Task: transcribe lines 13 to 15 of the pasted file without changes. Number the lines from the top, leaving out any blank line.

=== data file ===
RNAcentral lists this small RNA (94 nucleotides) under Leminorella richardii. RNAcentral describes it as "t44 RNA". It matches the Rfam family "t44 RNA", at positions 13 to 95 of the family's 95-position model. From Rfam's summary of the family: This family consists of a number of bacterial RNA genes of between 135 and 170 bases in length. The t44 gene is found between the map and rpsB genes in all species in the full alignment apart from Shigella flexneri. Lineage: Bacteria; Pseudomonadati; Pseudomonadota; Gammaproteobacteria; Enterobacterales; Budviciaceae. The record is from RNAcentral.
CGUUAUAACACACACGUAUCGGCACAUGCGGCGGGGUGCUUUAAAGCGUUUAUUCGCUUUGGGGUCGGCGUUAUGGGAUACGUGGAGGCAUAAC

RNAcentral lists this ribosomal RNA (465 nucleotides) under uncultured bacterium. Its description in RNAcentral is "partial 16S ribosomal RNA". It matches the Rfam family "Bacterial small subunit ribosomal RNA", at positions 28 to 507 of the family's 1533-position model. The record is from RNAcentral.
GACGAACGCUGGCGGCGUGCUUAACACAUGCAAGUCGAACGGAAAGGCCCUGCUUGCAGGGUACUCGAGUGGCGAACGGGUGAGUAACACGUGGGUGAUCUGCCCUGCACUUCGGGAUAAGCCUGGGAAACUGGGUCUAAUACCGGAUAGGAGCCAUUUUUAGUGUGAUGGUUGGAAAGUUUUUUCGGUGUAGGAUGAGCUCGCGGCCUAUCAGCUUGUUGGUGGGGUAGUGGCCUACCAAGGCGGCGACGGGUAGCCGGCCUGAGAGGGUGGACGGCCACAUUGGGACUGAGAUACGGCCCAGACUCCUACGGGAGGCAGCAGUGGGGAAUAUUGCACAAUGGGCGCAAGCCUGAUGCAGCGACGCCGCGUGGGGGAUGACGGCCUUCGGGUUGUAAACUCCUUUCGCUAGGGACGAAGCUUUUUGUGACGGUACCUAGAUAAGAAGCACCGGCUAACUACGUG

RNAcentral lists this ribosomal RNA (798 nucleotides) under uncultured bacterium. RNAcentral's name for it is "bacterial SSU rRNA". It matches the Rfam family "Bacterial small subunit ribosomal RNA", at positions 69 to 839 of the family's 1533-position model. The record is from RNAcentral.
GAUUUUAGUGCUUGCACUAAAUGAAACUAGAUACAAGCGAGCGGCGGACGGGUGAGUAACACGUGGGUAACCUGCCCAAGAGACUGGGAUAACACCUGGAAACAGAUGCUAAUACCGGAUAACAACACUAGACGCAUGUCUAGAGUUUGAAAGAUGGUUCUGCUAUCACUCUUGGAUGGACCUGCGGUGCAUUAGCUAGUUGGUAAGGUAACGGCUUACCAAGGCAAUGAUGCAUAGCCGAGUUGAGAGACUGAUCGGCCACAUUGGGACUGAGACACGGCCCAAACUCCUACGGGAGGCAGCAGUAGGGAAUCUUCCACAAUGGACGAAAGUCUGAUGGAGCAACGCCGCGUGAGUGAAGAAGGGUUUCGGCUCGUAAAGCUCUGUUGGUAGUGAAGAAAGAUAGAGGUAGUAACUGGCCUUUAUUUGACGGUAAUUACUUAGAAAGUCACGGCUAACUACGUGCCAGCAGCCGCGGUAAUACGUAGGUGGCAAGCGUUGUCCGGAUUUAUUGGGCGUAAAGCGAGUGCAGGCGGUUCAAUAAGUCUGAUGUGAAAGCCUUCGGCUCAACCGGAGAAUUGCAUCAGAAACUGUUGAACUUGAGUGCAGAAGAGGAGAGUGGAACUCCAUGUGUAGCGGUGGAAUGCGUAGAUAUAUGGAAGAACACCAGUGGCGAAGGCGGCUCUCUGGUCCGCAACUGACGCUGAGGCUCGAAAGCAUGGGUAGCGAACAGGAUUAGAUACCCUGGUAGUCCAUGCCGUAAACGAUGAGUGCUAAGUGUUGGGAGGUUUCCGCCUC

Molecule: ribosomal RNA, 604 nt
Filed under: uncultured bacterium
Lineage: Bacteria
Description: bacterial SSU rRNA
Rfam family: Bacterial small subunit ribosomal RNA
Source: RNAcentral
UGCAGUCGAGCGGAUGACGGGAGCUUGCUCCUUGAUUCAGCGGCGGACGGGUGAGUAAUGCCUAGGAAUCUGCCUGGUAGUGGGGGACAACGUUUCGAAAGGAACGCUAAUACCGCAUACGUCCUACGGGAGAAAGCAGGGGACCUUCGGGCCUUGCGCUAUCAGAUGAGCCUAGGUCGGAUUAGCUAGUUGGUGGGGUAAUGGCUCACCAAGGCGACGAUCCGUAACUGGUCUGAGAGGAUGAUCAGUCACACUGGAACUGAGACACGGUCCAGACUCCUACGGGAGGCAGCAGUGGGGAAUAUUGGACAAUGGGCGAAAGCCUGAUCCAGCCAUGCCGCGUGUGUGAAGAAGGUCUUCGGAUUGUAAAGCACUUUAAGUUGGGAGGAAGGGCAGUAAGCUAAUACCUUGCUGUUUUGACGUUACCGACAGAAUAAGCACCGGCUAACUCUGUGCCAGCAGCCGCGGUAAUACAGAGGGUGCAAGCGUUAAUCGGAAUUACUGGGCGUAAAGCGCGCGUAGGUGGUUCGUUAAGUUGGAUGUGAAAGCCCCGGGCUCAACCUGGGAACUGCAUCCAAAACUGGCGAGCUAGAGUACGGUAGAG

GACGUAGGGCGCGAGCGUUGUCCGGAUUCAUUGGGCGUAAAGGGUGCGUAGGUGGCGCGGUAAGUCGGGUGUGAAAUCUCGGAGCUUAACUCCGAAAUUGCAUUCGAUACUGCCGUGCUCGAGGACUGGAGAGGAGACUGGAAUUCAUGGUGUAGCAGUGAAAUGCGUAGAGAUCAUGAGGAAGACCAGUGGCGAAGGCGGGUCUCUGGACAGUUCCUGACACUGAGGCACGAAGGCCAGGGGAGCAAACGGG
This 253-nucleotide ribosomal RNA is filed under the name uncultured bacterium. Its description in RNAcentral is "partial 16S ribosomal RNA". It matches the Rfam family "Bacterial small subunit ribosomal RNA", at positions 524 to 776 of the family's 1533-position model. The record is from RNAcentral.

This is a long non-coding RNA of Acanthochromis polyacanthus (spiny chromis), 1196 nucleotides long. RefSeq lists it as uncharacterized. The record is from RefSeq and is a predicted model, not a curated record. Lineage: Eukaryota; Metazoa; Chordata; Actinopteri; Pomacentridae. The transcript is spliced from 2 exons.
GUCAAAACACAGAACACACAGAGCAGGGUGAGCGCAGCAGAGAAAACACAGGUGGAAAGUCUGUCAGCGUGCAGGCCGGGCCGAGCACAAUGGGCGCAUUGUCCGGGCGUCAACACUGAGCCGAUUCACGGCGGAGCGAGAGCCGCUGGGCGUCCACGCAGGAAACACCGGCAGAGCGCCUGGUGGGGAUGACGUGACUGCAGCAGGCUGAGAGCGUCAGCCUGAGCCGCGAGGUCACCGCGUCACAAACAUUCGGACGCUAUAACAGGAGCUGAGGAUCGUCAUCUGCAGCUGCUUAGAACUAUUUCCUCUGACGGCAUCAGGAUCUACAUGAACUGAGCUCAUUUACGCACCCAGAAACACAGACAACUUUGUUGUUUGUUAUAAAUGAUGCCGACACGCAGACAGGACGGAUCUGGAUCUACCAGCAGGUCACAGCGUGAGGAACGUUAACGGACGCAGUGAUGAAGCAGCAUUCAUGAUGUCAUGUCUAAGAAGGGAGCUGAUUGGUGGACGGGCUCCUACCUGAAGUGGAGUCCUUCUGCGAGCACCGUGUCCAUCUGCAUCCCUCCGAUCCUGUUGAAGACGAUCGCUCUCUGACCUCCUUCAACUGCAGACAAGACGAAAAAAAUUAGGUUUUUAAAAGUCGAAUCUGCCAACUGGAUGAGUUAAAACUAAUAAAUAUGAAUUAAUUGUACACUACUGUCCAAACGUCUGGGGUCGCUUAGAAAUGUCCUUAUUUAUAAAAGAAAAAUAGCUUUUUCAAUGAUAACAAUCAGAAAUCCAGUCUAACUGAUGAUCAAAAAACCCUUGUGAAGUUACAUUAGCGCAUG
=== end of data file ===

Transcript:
UGCAGUCGAGCGGAUGACGGGAGCUUGCUCCUUGAUUCAGCGGCGGACGGGUGAGUAAUGCCUAGGAAUCUGCCUGGUAGUGGGGGACAACGUUUCGAAAGGAACGCUAAUACCGCAUACGUCCUACGGGAGAAAGCAGGGGACCUUCGGGCCUUGCGCUAUCAGAUGAGCCUAGGUCGGAUUAGCUAGUUGGUGGGGUAAUGGCUCACCAAGGCGACGAUCCGUAACUGGUCUGAGAGGAUGAUCAGUCACACUGGAACUGAGACACGGUCCAGACUCCUACGGGAGGCAGCAGUGGGGAAUAUUGGACAAUGGGCGAAAGCCUGAUCCAGCCAUGCCGCGUGUGUGAAGAAGGUCUUCGGAUUGUAAAGCACUUUAAGUUGGGAGGAAGGGCAGUAAGCUAAUACCUUGCUGUUUUGACGUUACCGACAGAAUAAGCACCGGCUAACUCUGUGCCAGCAGCCGCGGUAAUACAGAGGGUGCAAGCGUUAAUCGGAAUUACUGGGCGUAAAGCGCGCGUAGGUGGUUCGUUAAGUUGGAUGUGAAAGCCCCGGGCUCAACCUGGGAACUGCAUCCAAAACUGGCGAGCUAGAGUACGGUAGAG

GACGUAGGGCGCGAGCGUUGUCCGGAUUCAUUGGGCGUAAAGGGUGCGUAGGUGGCGCGGUAAGUCGGGUGUGAAAUCUCGGAGCUUAACUCCGAAAUUGCAUUCGAUACUGCCGUGCUCGAGGACUGGAGAGGAGACUGGAAUUCAUGGUGUAGCAGUGAAAUGCGUAGAGAUCAUGAGGAAGACCAGUGGCGAAGGCGGGUCUCUGGACAGUUCCUGACACUGAGGCACGAAGGCCAGGGGAGCAAACGGG
This 253-nucleotide ribosomal RNA is filed under the name uncultured bacterium. Its description in RNAcentral is "partial 16S ribosomal RNA". It matches the Rfam family "Bacterial small subunit ribosomal RNA", at positions 524 to 776 of the family's 1533-position model. The record is from RNAcentral.